Tonight begins a key stretch for NASCAR Sprint Cup teams that could give a hint of what is to come.
The SpongeBob SquarePants 400 at Kansas Speedway is the first of three consecutive races on 1.5-mile speedways – tracks that comprise half of the Chase races. After tonight’s race, the series heads to Charlotte for the Sprint All-Star race and the Coca-Cola 600. Both Kansas and Charlotte host Chase races.
In two of the first three races on 1.5-mile tracks this season (Atlanta and Texas), the finishing order has been the same with Jimmie Johnson first, Kevin Harvick second, Dale Earnhardt Jr. third and Joey Logano fourth. Harvick won at Las Vegas in the only other race on a 1.5-mile track this season.
So can anybody break into what seems to be a relatively exclusive club over the next three races?
“These next three weeks I think are going to be very important,’’ said Carl Edwards, who has not finished better than 10th in the first three races on 1.5-mile tracks. “I think they’re going to tell us a lot about the season going forward. If in these next three weeks as a group, our (Joe Gibbs Racing) Toyotas can work on some of the things we have planned and they are successful. …’’
Then it could give teams the direction they need to head for the fall. After Charlotte, there is only one 1.5-mile track on the schedule (Kentucky on July 11) until the Chase for the Sprint Cup begins in September.
Here’s what else to watch for in tonight’s race:
Tires could be a factor. They were last fall at this track. Dale Earnhardt Jr. was leading when a tire went down and he hit the wall. Brad Keselowski also had a tire go down and he slammed the wall. Others also had problems.
Could it happen again?
“I think anytime we come to Kansas we are a little nervous about tires just because of what we’ve seen in the past and a lot of what happened here in the fall race where a lot of the fast cars were blowing right fronts out,’’ said Joey Logano, who won that race last fall and starts tonight’s race on the pole.
“It always makes you a little nervous, but at the same time we put our faith in Goodyear to make the right decisions and we feel fine about it. Our car didn’t have a problem last time, but I know we were on the verge of it because a lot of cars were.’’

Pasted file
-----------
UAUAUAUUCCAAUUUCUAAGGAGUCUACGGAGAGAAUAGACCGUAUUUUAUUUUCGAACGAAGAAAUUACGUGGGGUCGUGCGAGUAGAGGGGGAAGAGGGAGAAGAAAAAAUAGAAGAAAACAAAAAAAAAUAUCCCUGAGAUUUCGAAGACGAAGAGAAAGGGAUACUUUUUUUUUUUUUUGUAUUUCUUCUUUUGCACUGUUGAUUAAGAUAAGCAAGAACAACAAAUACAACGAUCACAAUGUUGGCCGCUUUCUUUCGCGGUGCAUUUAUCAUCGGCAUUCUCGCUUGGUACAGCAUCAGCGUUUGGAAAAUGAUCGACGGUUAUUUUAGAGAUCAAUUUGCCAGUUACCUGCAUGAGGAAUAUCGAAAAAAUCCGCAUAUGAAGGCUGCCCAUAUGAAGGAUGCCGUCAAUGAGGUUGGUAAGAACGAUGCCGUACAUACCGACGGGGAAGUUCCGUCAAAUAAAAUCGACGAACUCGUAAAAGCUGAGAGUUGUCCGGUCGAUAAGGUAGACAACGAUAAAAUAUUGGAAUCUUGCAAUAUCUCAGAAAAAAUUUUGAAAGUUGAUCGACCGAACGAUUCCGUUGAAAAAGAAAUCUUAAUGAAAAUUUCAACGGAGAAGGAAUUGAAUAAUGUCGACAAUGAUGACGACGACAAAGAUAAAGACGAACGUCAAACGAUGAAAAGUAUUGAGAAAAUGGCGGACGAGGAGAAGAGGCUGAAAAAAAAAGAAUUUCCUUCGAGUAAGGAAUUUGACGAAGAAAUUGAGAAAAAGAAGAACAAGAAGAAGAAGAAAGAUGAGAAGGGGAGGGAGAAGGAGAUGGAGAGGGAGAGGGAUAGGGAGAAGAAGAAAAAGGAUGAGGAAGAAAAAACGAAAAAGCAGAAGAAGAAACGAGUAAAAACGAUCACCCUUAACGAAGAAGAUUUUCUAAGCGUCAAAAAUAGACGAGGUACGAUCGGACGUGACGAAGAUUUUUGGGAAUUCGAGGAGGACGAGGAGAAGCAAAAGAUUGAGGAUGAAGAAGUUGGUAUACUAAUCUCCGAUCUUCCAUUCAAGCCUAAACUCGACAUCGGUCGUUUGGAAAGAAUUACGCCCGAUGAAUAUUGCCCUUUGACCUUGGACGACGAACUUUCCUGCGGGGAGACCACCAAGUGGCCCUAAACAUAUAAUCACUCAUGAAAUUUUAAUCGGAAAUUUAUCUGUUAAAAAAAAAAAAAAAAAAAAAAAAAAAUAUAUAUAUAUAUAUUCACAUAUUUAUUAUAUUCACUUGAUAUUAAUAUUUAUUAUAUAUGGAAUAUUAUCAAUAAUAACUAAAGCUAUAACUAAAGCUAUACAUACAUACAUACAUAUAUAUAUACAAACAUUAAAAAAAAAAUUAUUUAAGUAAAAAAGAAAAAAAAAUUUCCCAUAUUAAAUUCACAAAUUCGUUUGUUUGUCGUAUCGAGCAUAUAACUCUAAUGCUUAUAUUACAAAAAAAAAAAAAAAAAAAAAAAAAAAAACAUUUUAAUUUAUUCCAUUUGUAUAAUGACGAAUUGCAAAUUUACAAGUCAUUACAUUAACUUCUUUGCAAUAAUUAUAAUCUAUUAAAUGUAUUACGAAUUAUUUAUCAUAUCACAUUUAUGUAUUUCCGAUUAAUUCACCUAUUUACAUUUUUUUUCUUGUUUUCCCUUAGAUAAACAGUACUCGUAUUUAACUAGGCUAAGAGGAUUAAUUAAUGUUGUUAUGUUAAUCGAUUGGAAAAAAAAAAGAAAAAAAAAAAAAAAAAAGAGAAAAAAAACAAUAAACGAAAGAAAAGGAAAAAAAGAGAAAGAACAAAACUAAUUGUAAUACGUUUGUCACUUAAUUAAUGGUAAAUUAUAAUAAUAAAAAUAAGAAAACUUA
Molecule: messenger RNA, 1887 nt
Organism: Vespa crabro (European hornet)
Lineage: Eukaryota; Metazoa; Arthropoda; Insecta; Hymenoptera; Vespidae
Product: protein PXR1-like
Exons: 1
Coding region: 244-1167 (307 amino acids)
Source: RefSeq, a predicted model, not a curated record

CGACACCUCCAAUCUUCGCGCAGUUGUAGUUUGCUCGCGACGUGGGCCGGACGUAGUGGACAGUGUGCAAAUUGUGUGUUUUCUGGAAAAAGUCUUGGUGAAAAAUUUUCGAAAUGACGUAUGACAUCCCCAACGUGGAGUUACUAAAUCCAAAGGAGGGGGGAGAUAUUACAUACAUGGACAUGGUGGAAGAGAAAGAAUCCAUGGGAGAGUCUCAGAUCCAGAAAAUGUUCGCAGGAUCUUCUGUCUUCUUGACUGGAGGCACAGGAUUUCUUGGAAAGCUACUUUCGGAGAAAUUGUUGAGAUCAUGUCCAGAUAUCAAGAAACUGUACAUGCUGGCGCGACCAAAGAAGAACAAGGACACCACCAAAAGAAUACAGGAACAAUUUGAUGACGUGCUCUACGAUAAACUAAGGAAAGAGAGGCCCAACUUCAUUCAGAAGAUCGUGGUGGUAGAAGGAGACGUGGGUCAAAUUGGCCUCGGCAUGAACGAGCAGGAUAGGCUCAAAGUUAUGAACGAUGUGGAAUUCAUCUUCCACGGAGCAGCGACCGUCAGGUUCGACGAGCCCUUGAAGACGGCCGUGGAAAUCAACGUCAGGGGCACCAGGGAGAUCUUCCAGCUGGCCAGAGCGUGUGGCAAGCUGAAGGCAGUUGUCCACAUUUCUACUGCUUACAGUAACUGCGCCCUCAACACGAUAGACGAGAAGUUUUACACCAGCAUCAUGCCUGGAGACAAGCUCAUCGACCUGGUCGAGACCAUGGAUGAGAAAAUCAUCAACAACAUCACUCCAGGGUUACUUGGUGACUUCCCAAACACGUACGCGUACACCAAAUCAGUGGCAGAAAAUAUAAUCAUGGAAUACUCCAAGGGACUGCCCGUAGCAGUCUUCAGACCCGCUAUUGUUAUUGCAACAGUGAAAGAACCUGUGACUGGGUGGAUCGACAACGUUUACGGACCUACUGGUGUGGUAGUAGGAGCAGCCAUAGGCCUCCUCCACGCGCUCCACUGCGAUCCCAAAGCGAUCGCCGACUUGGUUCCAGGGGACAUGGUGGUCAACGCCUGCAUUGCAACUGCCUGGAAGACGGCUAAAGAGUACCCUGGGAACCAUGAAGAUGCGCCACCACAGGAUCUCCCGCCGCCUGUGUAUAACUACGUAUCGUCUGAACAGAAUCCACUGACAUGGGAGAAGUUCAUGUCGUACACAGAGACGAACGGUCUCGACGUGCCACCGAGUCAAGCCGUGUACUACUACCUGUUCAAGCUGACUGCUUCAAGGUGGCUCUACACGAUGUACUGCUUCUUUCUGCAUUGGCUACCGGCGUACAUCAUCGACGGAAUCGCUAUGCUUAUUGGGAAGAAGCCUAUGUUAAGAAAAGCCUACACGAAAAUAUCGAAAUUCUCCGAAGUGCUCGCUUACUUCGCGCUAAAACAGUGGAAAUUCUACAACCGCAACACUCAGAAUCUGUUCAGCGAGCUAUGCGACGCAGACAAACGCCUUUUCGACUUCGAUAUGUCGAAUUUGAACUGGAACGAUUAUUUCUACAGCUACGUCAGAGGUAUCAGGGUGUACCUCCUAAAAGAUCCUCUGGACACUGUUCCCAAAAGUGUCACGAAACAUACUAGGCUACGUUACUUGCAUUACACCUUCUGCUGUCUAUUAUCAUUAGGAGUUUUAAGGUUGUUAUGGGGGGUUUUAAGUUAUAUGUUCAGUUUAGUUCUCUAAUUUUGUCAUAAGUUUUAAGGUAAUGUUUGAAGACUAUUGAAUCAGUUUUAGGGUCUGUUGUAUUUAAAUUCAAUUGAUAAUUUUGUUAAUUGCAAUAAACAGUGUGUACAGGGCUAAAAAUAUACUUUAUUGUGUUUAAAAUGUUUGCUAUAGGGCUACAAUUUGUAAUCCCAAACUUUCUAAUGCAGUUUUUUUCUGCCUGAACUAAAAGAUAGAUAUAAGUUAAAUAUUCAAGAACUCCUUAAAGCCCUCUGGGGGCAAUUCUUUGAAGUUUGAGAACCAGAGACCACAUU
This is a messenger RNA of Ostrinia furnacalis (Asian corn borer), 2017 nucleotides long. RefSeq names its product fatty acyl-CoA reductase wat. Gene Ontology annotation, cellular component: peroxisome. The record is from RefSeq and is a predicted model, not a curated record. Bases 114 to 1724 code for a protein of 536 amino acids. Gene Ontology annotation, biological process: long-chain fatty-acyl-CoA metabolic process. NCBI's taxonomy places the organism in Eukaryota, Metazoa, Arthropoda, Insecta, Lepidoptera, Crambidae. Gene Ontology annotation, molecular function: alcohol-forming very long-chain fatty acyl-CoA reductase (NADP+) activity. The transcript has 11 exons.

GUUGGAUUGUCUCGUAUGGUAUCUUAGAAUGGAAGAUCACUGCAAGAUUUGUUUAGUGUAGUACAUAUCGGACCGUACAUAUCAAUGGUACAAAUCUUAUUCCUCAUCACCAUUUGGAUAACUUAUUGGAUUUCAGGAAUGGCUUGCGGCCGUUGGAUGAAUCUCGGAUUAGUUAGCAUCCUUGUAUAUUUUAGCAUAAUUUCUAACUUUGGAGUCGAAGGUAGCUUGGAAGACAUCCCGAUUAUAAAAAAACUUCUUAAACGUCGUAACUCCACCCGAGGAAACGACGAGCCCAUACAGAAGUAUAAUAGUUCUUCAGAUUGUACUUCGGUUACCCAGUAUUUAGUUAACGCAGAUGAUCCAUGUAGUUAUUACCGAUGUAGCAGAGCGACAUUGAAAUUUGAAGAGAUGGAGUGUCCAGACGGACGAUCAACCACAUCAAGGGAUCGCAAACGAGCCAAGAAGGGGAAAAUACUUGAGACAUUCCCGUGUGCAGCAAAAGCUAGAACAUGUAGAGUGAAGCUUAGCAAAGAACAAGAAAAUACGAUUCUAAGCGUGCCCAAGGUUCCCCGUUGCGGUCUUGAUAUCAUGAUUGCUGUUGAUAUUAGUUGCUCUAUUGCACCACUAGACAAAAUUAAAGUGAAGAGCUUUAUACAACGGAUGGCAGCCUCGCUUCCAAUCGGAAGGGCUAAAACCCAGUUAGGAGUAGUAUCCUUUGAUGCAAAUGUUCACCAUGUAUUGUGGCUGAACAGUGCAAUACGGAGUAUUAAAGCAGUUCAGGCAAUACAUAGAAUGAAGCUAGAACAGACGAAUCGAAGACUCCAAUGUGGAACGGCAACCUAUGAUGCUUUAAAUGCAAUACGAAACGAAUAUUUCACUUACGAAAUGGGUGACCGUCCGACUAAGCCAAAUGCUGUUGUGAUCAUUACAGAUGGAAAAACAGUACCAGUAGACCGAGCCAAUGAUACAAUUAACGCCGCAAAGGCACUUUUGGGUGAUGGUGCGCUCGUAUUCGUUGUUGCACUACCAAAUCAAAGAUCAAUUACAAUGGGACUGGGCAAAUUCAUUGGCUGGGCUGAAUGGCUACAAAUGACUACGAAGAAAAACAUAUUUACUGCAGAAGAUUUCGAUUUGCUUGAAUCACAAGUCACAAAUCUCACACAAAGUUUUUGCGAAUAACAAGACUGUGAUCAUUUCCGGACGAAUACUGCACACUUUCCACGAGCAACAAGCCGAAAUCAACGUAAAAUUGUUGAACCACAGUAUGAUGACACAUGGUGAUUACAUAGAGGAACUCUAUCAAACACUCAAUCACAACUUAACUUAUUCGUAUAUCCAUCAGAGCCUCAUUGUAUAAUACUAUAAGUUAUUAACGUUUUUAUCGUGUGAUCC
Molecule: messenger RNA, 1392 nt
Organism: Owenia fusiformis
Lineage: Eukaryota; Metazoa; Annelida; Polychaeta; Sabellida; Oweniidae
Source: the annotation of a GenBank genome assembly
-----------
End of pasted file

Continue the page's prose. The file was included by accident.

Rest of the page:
Said Jeff Gordon about tire issues in last fall’s race: “I know Goodyear has made a slight adjustment to the tire to help with that. We saw a couple issues last year. We personally on Team 24 did not have issues, but you never know how close you are to the edge. Even with less downforce on the cars, the amount of power that’s been reduced has made the cars a lot faster through the center of the corner. We enter the corner slower and exit the corner slower, but going through the crucial part of the load on the tire and how we sustain that through the center of the corner is up, and that’s a reason for concern.’’
Could Martin Truex Jr. be a dark horse? It is hard to call the driver second in points a dark horse but don’t forget about him. While he enters tonight’s race with a 66-race winless drought, he scored his best finish of the season last year at this track when he placed fourth in the fall.
Truex has been strong this season with nine top-10 finishes in the first 10 races. At the 1.5-mile tracks this season, he’s placed sixth (Atlanta), second (Las Vegas) and ninth (Texas).
“The car has had good speed and it’s driven good,’’ Truex said after qualifying fourth. “This is a brand new car for us, and I feel like it’s another step as far as catching a few of those guys on speed.’’
Erik Jones makes his official Sprint Cup debut. While he replaced Denny Hamlin during the Bristol race last month, the records list Hamlin in the finishing order – as if Jones didn’t drive that race. That won’t be the case tonight. Jones, who had never driven at Kansas Speedway until this weekend, has been fast.
“We could knock off laps back and forth that were pretty good and that was nice,’’ Jone said. “Definitely confident in the race. I’m just excited to get going.’’
Could Jimmie Johnson have a rough night? He’s won two of the three races on 1.5-mile speedways this season but qualified 19th. He struggled some in practice with short-run speed. If there are a number of cautions – both Kansas races had eight last year – or cautions bunched toward the end of the race where short-run speed is necessary, Johnson could face a challenge.
“We have qualified much worse and finished pretty darn well, so directionally we are going the right way but we just wish we had the magic want to fix the short-run speed,’’ he said.